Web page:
Re-imposition of the border would surrender the hard-won gains of the past twenty years. It would probably lead to a further shrinking of the Northern Ireland economy. It would incentivise smuggling and it would lead to loss of ECJ access for citizens in the north-east but not in the rest of Ireland. There are clearly overwhelming arguments in favour of a constitutional solution that respects the views of the devolved administration (if and when it resumes office) and avoids the need for a hard border.
However, this solution for Northern Ireland - much to be desired - has troublesome implications for Scotland. Most commercial traffic between Great Britain and Northern Ireland travels (along the woefully inadequate A75) to the ports of Stranraer and Cairnryan in SW Scotland and thence by ferry to the Belfast area. This is the route by which UK retail chains supply their branches in Northern Ireland. This is the route by which dairy produce from Northern Ireland enters the rest of the UK. This route is vital to the economy of Northern Ireland, and is how many of its exports make their way to the rest of the world. If Northern Ireland (but not the rest of the UK) develops a differentiated relationship with the EU in the interests of avoiding a hard border with the Republic, then there will have to be customs posts and a hard border between Northern Ireland and Scotland.

The problem doesn't go away. It is simply moved from Strabane to Stranraer.

South-west Scotland, as the main point of entry for goods from Northern Ireland into Great Britain, will find itself unwillingly equipped with all the paraphernalia associated with old-fashioned border crossings if the UK leaves the EU but there is no hard border in Ireland. As the point at which the movement of goods, people, and services cease to be subject to EU rules, an elaborate system of immigration checks and customs controls would have to be put in place. But there is another way.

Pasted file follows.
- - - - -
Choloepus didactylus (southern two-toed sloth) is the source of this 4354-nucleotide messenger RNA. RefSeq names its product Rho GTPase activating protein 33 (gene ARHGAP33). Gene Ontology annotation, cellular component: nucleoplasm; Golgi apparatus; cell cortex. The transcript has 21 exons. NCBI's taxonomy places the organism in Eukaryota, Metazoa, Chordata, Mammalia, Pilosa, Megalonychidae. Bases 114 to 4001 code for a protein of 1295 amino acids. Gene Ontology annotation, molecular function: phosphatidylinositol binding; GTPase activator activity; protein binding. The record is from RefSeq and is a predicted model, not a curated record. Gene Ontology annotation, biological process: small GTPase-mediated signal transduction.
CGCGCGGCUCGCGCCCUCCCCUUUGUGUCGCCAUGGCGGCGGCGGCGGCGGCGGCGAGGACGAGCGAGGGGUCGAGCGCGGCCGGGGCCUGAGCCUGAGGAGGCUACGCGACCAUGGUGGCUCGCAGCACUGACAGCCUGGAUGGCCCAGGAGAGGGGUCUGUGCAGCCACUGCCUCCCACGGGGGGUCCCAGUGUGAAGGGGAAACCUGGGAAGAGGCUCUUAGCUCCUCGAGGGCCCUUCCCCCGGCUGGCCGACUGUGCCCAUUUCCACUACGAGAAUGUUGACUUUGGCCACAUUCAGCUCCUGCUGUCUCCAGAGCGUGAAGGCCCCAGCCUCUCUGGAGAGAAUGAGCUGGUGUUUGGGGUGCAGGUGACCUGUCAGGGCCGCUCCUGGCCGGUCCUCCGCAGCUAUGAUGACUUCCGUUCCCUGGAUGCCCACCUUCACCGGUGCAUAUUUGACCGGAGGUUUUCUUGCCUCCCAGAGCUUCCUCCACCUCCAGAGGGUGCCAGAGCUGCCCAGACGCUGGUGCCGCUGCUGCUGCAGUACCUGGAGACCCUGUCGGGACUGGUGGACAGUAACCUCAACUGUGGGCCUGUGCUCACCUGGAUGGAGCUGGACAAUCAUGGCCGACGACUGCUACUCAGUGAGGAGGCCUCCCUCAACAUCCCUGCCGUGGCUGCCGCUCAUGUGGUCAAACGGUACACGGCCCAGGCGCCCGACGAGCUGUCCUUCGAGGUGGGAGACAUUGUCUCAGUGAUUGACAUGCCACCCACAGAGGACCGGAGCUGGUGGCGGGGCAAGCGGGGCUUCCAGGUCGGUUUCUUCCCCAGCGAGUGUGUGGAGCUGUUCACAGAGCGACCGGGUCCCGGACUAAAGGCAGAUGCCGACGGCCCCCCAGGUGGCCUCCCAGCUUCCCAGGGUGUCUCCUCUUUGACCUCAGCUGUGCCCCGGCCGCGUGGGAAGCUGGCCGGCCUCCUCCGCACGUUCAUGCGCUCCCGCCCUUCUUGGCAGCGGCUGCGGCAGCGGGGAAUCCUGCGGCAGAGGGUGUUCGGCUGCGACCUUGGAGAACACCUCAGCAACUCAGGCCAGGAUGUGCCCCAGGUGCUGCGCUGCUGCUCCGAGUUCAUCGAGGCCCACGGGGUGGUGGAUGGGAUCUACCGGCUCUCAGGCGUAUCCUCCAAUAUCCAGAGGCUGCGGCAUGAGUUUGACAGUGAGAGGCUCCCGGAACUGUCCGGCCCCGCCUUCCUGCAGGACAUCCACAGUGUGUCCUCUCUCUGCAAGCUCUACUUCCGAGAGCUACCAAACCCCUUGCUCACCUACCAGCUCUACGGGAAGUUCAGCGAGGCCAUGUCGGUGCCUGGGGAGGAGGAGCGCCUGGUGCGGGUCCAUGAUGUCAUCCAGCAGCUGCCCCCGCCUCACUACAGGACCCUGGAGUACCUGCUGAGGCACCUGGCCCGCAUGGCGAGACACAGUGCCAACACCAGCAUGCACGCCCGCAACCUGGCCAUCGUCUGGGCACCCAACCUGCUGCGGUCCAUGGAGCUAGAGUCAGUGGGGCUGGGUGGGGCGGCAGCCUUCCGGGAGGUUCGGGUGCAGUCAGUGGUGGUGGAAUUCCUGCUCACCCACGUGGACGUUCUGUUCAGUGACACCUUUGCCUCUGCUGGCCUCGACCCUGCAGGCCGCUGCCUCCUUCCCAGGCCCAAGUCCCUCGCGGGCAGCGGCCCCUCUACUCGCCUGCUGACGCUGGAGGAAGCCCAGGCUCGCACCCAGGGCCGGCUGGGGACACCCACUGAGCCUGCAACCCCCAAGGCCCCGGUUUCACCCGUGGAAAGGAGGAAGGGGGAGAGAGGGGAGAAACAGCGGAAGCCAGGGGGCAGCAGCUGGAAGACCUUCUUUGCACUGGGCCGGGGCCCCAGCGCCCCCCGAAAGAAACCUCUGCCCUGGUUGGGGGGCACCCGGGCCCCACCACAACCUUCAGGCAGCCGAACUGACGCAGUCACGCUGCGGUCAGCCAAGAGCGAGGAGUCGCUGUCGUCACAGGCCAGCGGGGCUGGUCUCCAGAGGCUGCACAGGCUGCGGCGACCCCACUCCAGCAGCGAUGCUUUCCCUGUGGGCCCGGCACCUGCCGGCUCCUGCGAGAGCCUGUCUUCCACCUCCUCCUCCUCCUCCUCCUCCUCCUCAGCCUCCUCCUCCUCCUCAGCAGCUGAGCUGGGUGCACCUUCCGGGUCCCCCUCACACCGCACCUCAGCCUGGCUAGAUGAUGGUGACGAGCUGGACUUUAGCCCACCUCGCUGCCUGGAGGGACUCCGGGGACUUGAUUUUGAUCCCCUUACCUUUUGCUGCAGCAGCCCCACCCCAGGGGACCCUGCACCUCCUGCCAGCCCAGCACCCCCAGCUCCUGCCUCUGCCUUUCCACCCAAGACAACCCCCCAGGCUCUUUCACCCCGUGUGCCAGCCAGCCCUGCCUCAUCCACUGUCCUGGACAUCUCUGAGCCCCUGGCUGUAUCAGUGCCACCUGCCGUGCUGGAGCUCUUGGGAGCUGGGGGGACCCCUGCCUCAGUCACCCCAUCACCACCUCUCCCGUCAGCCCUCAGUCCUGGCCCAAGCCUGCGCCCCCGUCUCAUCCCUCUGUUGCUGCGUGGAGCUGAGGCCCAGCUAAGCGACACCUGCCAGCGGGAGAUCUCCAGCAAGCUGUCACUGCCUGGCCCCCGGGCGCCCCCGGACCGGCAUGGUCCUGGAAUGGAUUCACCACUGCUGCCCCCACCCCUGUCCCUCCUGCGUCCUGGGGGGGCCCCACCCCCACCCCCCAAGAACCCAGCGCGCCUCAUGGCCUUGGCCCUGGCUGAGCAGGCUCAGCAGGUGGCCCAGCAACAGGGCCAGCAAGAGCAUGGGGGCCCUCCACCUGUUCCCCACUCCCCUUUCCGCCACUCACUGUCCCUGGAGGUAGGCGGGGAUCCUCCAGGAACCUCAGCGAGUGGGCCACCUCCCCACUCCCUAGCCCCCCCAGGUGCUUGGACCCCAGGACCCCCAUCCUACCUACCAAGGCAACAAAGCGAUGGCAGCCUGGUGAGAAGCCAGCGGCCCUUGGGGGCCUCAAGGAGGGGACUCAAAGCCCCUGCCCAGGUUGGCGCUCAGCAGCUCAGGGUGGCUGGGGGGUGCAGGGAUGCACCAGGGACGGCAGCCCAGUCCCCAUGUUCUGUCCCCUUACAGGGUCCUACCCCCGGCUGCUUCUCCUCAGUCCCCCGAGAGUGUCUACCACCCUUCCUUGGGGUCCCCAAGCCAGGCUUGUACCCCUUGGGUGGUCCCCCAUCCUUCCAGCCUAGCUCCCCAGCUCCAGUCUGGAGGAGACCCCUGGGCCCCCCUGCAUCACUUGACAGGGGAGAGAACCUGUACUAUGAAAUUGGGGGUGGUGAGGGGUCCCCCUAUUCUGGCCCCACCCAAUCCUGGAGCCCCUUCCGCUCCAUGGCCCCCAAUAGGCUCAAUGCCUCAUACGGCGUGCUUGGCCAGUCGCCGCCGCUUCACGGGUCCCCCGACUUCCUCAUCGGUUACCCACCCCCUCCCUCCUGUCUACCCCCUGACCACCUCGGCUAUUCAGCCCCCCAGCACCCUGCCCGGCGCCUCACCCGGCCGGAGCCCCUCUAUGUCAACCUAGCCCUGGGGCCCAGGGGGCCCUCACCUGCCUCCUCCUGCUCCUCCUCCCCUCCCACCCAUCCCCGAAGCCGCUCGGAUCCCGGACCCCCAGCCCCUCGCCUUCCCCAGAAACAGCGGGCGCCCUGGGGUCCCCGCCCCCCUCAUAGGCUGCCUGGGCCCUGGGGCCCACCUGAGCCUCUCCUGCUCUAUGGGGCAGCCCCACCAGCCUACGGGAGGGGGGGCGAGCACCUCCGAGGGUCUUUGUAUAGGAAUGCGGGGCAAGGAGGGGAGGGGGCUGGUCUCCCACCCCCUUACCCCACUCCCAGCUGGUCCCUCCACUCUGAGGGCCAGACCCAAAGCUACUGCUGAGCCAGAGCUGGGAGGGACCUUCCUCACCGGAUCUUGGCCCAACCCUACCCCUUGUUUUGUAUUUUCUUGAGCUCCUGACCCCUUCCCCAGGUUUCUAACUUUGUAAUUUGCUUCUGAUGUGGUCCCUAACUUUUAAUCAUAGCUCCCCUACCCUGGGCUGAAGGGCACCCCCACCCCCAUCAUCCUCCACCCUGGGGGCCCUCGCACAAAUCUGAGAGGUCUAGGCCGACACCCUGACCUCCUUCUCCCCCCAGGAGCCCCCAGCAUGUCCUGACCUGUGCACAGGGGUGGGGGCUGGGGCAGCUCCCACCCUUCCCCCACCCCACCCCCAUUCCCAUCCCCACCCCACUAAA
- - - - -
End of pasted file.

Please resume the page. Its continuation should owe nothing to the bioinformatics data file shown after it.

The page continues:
Negotiations with the EU on a UK exit have so far concentrated on ways of mirroring some aspects of EU membership in Northern Ireland in the interests of maintaining the terms of the Belfast Agreement. That is entirely justifiable, as a majority of Northern Ireland voters chose to remain in the UK. An even larger majority of Scottish electors also chose to remain in the EU. It would therefore make good democratic sense to explore ways in which Scotland could retain free trade links with Ireland and the EU by means of a differentiated agreement such as has been proposed (in effect) for Northern Ireland. There is a strong case for investigating the feasibility of Scotland and Northern Ireland both remaining in the single market and perhaps remaining as full members of the EU. That is, after all, what they voted for.